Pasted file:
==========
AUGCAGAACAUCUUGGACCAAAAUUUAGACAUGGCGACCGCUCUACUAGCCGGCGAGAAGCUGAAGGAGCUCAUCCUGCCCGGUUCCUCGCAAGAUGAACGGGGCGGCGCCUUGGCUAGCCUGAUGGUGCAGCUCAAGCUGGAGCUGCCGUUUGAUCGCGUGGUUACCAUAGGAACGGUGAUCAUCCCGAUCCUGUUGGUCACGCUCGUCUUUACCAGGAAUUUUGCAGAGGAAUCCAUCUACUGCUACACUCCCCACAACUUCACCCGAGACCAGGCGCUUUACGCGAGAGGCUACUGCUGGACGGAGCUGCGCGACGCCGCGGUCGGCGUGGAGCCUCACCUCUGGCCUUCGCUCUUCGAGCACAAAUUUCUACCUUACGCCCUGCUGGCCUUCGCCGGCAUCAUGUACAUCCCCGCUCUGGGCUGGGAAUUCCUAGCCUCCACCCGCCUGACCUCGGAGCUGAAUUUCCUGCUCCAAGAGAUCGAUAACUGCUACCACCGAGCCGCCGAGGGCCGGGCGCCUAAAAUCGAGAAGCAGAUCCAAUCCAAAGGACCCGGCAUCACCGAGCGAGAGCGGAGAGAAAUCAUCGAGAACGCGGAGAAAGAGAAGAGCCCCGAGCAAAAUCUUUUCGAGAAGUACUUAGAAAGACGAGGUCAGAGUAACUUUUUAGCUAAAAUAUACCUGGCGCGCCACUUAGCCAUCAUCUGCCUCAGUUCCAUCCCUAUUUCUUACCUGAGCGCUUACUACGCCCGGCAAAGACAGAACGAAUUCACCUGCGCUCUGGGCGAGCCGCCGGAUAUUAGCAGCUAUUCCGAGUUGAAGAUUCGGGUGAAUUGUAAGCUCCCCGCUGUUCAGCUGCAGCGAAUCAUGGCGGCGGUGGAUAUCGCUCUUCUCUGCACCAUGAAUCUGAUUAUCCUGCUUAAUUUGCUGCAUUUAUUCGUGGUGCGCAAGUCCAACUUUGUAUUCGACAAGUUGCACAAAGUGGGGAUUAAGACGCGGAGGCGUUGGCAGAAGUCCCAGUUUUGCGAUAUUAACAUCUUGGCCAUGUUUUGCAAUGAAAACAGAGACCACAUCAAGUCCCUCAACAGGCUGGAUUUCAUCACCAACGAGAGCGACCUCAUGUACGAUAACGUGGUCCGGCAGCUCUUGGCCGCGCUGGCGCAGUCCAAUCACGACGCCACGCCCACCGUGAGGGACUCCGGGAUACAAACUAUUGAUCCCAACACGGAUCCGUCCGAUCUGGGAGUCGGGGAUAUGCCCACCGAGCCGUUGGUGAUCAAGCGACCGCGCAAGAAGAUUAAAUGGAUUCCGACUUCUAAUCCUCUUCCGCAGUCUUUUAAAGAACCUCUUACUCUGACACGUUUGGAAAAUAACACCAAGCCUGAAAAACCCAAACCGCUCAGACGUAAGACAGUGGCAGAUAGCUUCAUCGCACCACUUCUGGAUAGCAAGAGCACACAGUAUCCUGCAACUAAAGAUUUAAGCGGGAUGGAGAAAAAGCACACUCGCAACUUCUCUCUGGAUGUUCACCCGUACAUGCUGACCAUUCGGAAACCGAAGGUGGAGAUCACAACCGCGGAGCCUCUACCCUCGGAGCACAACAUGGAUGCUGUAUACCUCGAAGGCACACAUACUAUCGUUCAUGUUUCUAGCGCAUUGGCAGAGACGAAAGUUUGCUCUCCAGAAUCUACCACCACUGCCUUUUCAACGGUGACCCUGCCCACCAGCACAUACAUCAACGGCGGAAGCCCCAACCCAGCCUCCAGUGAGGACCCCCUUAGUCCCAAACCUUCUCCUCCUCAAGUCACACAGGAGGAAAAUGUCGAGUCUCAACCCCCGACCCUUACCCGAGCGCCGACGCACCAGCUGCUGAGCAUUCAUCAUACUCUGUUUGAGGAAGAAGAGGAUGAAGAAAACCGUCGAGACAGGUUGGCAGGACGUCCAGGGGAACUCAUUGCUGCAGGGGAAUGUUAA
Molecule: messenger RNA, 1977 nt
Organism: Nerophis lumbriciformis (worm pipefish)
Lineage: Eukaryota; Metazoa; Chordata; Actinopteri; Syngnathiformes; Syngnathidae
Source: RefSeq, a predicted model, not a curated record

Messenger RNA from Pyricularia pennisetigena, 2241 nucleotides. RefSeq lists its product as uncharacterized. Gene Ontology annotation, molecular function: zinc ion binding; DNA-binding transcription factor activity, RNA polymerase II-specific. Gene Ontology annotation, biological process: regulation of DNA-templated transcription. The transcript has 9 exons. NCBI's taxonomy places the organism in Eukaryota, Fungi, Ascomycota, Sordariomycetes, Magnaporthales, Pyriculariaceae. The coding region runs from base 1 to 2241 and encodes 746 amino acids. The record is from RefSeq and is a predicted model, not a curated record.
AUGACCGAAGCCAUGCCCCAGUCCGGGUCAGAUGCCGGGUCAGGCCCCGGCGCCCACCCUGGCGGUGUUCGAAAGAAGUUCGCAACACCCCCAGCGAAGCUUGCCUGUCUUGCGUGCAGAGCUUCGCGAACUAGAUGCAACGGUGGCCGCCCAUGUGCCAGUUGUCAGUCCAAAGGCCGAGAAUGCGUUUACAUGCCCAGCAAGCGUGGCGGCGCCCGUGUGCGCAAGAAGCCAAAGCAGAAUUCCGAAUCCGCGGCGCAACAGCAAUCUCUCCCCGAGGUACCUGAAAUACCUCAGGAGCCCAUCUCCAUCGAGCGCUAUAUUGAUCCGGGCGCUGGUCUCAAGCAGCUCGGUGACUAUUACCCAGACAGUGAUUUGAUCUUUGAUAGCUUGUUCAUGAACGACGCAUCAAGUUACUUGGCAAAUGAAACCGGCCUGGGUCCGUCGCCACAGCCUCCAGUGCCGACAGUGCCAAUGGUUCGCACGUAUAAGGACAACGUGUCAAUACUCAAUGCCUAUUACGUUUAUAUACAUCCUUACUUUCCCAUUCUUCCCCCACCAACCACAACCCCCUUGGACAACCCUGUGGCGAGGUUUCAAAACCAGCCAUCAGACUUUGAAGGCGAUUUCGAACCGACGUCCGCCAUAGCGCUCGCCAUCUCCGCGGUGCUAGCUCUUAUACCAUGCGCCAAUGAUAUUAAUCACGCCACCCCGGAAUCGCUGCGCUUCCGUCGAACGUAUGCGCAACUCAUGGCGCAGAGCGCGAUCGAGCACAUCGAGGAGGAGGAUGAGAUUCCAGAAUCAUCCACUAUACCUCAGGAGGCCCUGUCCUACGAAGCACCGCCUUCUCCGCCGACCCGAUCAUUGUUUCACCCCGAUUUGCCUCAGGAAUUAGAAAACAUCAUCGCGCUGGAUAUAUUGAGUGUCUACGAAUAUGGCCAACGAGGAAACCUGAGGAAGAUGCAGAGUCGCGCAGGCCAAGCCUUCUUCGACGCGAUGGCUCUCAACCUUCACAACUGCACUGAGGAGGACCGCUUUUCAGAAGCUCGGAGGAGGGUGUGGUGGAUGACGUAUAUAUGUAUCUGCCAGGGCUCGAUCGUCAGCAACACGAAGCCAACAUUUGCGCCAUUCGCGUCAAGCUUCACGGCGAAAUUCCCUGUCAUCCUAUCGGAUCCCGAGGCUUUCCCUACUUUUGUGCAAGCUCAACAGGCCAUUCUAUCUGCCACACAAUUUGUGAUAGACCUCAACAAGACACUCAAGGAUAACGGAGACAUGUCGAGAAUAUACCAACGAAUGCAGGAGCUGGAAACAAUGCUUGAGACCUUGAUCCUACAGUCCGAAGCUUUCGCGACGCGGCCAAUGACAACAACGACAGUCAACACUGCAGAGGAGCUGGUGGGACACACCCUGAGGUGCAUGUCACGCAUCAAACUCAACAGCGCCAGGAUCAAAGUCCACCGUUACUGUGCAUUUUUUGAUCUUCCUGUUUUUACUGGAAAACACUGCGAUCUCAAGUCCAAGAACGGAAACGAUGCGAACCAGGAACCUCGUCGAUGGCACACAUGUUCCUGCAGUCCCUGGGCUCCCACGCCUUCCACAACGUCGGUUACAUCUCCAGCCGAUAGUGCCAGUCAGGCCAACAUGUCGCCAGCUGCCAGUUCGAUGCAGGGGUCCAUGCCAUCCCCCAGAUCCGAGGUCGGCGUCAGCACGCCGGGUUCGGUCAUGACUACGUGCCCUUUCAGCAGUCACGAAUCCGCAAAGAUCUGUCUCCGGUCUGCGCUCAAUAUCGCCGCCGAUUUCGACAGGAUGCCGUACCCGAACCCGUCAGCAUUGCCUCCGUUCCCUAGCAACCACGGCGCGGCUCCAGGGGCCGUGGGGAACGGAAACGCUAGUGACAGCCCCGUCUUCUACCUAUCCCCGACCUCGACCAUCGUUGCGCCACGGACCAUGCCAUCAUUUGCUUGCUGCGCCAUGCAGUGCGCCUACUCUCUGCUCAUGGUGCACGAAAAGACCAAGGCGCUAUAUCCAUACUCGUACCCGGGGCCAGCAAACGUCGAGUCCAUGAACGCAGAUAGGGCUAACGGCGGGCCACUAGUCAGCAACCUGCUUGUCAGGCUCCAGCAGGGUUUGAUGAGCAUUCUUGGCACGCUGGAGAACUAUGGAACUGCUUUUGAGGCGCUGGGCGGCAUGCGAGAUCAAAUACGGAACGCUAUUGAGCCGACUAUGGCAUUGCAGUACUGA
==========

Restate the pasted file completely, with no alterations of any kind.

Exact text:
AUGCAGAACAUCUUGGACCAAAAUUUAGACAUGGCGACCGCUCUACUAGCCGGCGAGAAGCUGAAGGAGCUCAUCCUGCCCGGUUCCUCGCAAGAUGAACGGGGCGGCGCCUUGGCUAGCCUGAUGGUGCAGCUCAAGCUGGAGCUGCCGUUUGAUCGCGUGGUUACCAUAGGAACGGUGAUCAUCCCGAUCCUGUUGGUCACGCUCGUCUUUACCAGGAAUUUUGCAGAGGAAUCCAUCUACUGCUACACUCCCCACAACUUCACCCGAGACCAGGCGCUUUACGCGAGAGGCUACUGCUGGACGGAGCUGCGCGACGCCGCGGUCGGCGUGGAGCCUCACCUCUGGCCUUCGCUCUUCGAGCACAAAUUUCUACCUUACGCCCUGCUGGCCUUCGCCGGCAUCAUGUACAUCCCCGCUCUGGGCUGGGAAUUCCUAGCCUCCACCCGCCUGACCUCGGAGCUGAAUUUCCUGCUCCAAGAGAUCGAUAACUGCUACCACCGAGCCGCCGAGGGCCGGGCGCCUAAAAUCGAGAAGCAGAUCCAAUCCAAAGGACCCGGCAUCACCGAGCGAGAGCGGAGAGAAAUCAUCGAGAACGCGGAGAAAGAGAAGAGCCCCGAGCAAAAUCUUUUCGAGAAGUACUUAGAAAGACGAGGUCAGAGUAACUUUUUAGCUAAAAUAUACCUGGCGCGCCACUUAGCCAUCAUCUGCCUCAGUUCCAUCCCUAUUUCUUACCUGAGCGCUUACUACGCCCGGCAAAGACAGAACGAAUUCACCUGCGCUCUGGGCGAGCCGCCGGAUAUUAGCAGCUAUUCCGAGUUGAAGAUUCGGGUGAAUUGUAAGCUCCCCGCUGUUCAGCUGCAGCGAAUCAUGGCGGCGGUGGAUAUCGCUCUUCUCUGCACCAUGAAUCUGAUUAUCCUGCUUAAUUUGCUGCAUUUAUUCGUGGUGCGCAAGUCCAACUUUGUAUUCGACAAGUUGCACAAAGUGGGGAUUAAGACGCGGAGGCGUUGGCAGAAGUCCCAGUUUUGCGAUAUUAACAUCUUGGCCAUGUUUUGCAAUGAAAACAGAGACCACAUCAAGUCCCUCAACAGGCUGGAUUUCAUCACCAACGAGAGCGACCUCAUGUACGAUAACGUGGUCCGGCAGCUCUUGGCCGCGCUGGCGCAGUCCAAUCACGACGCCACGCCCACCGUGAGGGACUCCGGGAUACAAACUAUUGAUCCCAACACGGAUCCGUCCGAUCUGGGAGUCGGGGAUAUGCCCACCGAGCCGUUGGUGAUCAAGCGACCGCGCAAGAAGAUUAAAUGGAUUCCGACUUCUAAUCCUCUUCCGCAGUCUUUUAAAGAACCUCUUACUCUGACACGUUUGGAAAAUAACACCAAGCCUGAAAAACCCAAACCGCUCAGACGUAAGACAGUGGCAGAUAGCUUCAUCGCACCACUUCUGGAUAGCAAGAGCACACAGUAUCCUGCAACUAAAGAUUUAAGCGGGAUGGAGAAAAAGCACACUCGCAACUUCUCUCUGGAUGUUCACCCGUACAUGCUGACCAUUCGGAAACCGAAGGUGGAGAUCACAACCGCGGAGCCUCUACCCUCGGAGCACAACAUGGAUGCUGUAUACCUCGAAGGCACACAUACUAUCGUUCAUGUUUCUAGCGCAUUGGCAGAGACGAAAGUUUGCUCUCCAGAAUCUACCACCACUGCCUUUUCAACGGUGACCCUGCCCACCAGCACAUACAUCAACGGCGGAAGCCCCAACCCAGCCUCCAGUGAGGACCCCCUUAGUCCCAAACCUUCUCCUCCUCAAGUCACACAGGAGGAAAAUGUCGAGUCUCAACCCCCGACCCUUACCCGAGCGCCGACGCACCAGCUGCUGAGCAUUCAUCAUACUCUGUUUGAGGAAGAAGAGGAUGAAGAAAACCGUCGAGACAGGUUGGCAGGACGUCCAGGGGAACUCAUUGCUGCAGGGGAAUGUUAA
Molecule: messenger RNA, 1977 nt
Organism: Nerophis lumbriciformis (worm pipefish)
Lineage: Eukaryota; Metazoa; Chordata; Actinopteri; Syngnathiformes; Syngnathidae
Source: RefSeq, a predicted model, not a curated record

Messenger RNA from Pyricularia pennisetigena, 2241 nucleotides. RefSeq lists its product as uncharacterized. Gene Ontology annotation, molecular function: zinc ion binding; DNA-binding transcription factor activity, RNA polymerase II-specific. Gene Ontology annotation, biological process: regulation of DNA-templated transcription. The transcript has 9 exons. NCBI's taxonomy places the organism in Eukaryota, Fungi, Ascomycota, Sordariomycetes, Magnaporthales, Pyriculariaceae. The coding region runs from base 1 to 2241 and encodes 746 amino acids. The record is from RefSeq and is a predicted model, not a curated record.
AUGACCGAAGCCAUGCCCCAGUCCGGGUCAGAUGCCGGGUCAGGCCCCGGCGCCCACCCUGGCGGUGUUCGAAAGAAGUUCGCAACACCCCCAGCGAAGCUUGCCUGUCUUGCGUGCAGAGCUUCGCGAACUAGAUGCAACGGUGGCCGCCCAUGUGCCAGUUGUCAGUCCAAAGGCCGAGAAUGCGUUUACAUGCCCAGCAAGCGUGGCGGCGCCCGUGUGCGCAAGAAGCCAAAGCAGAAUUCCGAAUCCGCGGCGCAACAGCAAUCUCUCCCCGAGGUACCUGAAAUACCUCAGGAGCCCAUCUCCAUCGAGCGCUAUAUUGAUCCGGGCGCUGGUCUCAAGCAGCUCGGUGACUAUUACCCAGACAGUGAUUUGAUCUUUGAUAGCUUGUUCAUGAACGACGCAUCAAGUUACUUGGCAAAUGAAACCGGCCUGGGUCCGUCGCCACAGCCUCCAGUGCCGACAGUGCCAAUGGUUCGCACGUAUAAGGACAACGUGUCAAUACUCAAUGCCUAUUACGUUUAUAUACAUCCUUACUUUCCCAUUCUUCCCCCACCAACCACAACCCCCUUGGACAACCCUGUGGCGAGGUUUCAAAACCAGCCAUCAGACUUUGAAGGCGAUUUCGAACCGACGUCCGCCAUAGCGCUCGCCAUCUCCGCGGUGCUAGCUCUUAUACCAUGCGCCAAUGAUAUUAAUCACGCCACCCCGGAAUCGCUGCGCUUCCGUCGAACGUAUGCGCAACUCAUGGCGCAGAGCGCGAUCGAGCACAUCGAGGAGGAGGAUGAGAUUCCAGAAUCAUCCACUAUACCUCAGGAGGCCCUGUCCUACGAAGCACCGCCUUCUCCGCCGACCCGAUCAUUGUUUCACCCCGAUUUGCCUCAGGAAUUAGAAAACAUCAUCGCGCUGGAUAUAUUGAGUGUCUACGAAUAUGGCCAACGAGGAAACCUGAGGAAGAUGCAGAGUCGCGCAGGCCAAGCCUUCUUCGACGCGAUGGCUCUCAACCUUCACAACUGCACUGAGGAGGACCGCUUUUCAGAAGCUCGGAGGAGGGUGUGGUGGAUGACGUAUAUAUGUAUCUGCCAGGGCUCGAUCGUCAGCAACACGAAGCCAACAUUUGCGCCAUUCGCGUCAAGCUUCACGGCGAAAUUCCCUGUCAUCCUAUCGGAUCCCGAGGCUUUCCCUACUUUUGUGCAAGCUCAACAGGCCAUUCUAUCUGCCACACAAUUUGUGAUAGACCUCAACAAGACACUCAAGGAUAACGGAGACAUGUCGAGAAUAUACCAACGAAUGCAGGAGCUGGAAACAAUGCUUGAGACCUUGAUCCUACAGUCCGAAGCUUUCGCGACGCGGCCAAUGACAACAACGACAGUCAACACUGCAGAGGAGCUGGUGGGACACACCCUGAGGUGCAUGUCACGCAUCAAACUCAACAGCGCCAGGAUCAAAGUCCACCGUUACUGUGCAUUUUUUGAUCUUCCUGUUUUUACUGGAAAACACUGCGAUCUCAAGUCCAAGAACGGAAACGAUGCGAACCAGGAACCUCGUCGAUGGCACACAUGUUCCUGCAGUCCCUGGGCUCCCACGCCUUCCACAACGUCGGUUACAUCUCCAGCCGAUAGUGCCAGUCAGGCCAACAUGUCGCCAGCUGCCAGUUCGAUGCAGGGGUCCAUGCCAUCCCCCAGAUCCGAGGUCGGCGUCAGCACGCCGGGUUCGGUCAUGACUACGUGCCCUUUCAGCAGUCACGAAUCCGCAAAGAUCUGUCUCCGGUCUGCGCUCAAUAUCGCCGCCGAUUUCGACAGGAUGCCGUACCCGAACCCGUCAGCAUUGCCUCCGUUCCCUAGCAACCACGGCGCGGCUCCAGGGGCCGUGGGGAACGGAAACGCUAGUGACAGCCCCGUCUUCUACCUAUCCCCGACCUCGACCAUCGUUGCGCCACGGACCAUGCCAUCAUUUGCUUGCUGCGCCAUGCAGUGCGCCUACUCUCUGCUCAUGGUGCACGAAAAGACCAAGGCGCUAUAUCCAUACUCGUACCCGGGGCCAGCAAACGUCGAGUCCAUGAACGCAGAUAGGGCUAACGGCGGGCCACUAGUCAGCAACCUGCUUGUCAGGCUCCAGCAGGGUUUGAUGAGCAUUCUUGGCACGCUGGAGAACUAUGGAACUGCUUUUGAGGCGCUGGGCGGCAUGCGAGAUCAAAUACGGAACGCUAUUGAGCCGACUAUGGCAUUGCAGUACUGA